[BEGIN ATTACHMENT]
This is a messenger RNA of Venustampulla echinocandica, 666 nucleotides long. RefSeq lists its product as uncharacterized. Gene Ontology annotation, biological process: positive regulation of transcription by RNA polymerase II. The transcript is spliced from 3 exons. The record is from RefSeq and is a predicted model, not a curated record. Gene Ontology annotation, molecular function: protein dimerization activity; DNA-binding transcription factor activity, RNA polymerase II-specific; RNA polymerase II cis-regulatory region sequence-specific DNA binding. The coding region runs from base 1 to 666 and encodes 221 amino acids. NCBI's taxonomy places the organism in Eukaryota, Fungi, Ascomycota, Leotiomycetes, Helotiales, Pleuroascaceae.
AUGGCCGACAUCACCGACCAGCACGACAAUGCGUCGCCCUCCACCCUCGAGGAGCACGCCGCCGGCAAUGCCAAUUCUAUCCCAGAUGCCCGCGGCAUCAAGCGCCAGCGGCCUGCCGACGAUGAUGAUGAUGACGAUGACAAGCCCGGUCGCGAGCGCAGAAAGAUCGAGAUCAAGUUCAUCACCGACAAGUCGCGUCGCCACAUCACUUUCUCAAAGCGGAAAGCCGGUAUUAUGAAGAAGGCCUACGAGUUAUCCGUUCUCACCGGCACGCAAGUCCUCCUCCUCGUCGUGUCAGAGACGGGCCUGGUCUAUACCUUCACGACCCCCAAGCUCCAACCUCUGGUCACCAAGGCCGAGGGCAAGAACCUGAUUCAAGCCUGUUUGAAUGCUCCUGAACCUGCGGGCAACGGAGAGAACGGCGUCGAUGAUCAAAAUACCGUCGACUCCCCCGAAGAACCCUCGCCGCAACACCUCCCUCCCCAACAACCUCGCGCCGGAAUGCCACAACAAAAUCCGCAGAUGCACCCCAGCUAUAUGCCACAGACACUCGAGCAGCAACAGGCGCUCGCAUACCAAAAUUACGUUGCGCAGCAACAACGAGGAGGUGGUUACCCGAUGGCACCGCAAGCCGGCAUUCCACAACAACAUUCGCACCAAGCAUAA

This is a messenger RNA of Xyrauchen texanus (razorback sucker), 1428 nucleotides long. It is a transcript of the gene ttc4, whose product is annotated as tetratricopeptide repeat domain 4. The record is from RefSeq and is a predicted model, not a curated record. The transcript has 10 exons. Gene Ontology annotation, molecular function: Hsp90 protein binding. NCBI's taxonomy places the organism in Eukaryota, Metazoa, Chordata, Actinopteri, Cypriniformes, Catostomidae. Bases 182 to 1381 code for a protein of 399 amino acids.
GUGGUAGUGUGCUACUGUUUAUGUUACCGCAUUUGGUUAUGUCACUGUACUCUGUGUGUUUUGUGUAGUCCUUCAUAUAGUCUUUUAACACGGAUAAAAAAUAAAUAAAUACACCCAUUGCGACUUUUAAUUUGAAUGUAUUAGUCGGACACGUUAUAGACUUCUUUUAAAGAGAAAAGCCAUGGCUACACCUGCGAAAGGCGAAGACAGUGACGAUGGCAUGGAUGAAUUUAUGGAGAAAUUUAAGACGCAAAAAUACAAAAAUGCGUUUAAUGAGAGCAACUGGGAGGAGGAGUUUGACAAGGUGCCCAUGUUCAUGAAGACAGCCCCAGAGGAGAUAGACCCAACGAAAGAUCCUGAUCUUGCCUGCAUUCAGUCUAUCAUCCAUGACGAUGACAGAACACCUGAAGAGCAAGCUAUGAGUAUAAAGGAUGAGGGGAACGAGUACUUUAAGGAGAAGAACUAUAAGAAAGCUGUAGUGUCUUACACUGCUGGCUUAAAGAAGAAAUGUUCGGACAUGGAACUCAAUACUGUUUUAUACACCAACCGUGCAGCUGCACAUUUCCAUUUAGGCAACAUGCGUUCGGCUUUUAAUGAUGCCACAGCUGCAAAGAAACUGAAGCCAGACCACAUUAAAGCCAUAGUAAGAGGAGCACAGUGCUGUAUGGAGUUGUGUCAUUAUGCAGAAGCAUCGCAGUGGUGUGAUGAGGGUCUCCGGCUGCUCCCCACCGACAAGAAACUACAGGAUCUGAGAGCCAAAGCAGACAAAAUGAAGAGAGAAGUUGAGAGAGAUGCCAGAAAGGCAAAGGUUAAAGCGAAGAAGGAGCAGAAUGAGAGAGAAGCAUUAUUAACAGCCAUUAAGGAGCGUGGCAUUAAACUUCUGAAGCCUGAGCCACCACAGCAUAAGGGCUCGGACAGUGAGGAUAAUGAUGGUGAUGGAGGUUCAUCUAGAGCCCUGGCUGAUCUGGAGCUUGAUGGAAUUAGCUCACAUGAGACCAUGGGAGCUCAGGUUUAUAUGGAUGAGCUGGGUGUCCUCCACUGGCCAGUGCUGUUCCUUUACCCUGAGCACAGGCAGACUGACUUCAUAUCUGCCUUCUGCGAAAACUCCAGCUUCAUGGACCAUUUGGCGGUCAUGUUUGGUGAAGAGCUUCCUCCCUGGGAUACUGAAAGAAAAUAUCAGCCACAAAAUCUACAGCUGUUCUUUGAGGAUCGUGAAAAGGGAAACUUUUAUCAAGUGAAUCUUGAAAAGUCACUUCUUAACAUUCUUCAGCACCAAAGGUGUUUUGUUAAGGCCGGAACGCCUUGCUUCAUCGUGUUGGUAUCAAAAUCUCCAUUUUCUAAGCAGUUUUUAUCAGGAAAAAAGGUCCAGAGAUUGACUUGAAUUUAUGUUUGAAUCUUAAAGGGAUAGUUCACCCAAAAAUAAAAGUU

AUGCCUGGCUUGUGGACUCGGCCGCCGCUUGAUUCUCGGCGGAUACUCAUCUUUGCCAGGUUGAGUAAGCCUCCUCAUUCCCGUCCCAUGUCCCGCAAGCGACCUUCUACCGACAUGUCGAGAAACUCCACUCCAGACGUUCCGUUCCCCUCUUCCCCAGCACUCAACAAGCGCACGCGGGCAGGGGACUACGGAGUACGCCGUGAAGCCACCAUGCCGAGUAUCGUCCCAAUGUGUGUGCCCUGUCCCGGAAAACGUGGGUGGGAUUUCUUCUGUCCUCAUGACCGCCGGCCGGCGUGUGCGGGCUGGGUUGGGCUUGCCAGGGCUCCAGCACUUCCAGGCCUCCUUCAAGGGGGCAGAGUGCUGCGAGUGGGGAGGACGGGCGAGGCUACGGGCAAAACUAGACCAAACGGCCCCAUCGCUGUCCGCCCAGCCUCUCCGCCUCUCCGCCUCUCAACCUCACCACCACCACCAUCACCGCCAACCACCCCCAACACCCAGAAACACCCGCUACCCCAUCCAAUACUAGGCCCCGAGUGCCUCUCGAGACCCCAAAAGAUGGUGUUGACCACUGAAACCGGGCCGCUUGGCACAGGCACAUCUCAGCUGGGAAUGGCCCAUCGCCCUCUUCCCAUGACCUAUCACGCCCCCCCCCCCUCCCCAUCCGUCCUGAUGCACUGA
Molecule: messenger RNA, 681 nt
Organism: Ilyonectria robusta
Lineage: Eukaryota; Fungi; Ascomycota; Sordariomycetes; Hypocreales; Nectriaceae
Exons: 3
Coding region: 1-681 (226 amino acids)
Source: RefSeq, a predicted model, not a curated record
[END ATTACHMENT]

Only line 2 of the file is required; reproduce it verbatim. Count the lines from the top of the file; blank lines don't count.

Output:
AUGGCCGACAUCACCGACCAGCACGACAAUGCGUCGCCCUCCACCCUCGAGGAGCACGCCGCCGGCAAUGCCAAUUCUAUCCCAGAUGCCCGCGGCAUCAAGCGCCAGCGGCCUGCCGACGAUGAUGAUGAUGACGAUGACAAGCCCGGUCGCGAGCGCAGAAAGAUCGAGAUCAAGUUCAUCACCGACAAGUCGCGUCGCCACAUCACUUUCUCAAAGCGGAAAGCCGGUAUUAUGAAGAAGGCCUACGAGUUAUCCGUUCUCACCGGCACGCAAGUCCUCCUCCUCGUCGUGUCAGAGACGGGCCUGGUCUAUACCUUCACGACCCCCAAGCUCCAACCUCUGGUCACCAAGGCCGAGGGCAAGAACCUGAUUCAAGCCUGUUUGAAUGCUCCUGAACCUGCGGGCAACGGAGAGAACGGCGUCGAUGAUCAAAAUACCGUCGACUCCCCCGAAGAACCCUCGCCGCAACACCUCCCUCCCCAACAACCUCGCGCCGGAAUGCCACAACAAAAUCCGCAGAUGCACCCCAGCUAUAUGCCACAGACACUCGAGCAGCAACAGGCGCUCGCAUACCAAAAUUACGUUGCGCAGCAACAACGAGGAGGUGGUUACCCGAUGGCACCGCAAGCCGGCAUUCCACAACAACAUUCGCACCAAGCAUAA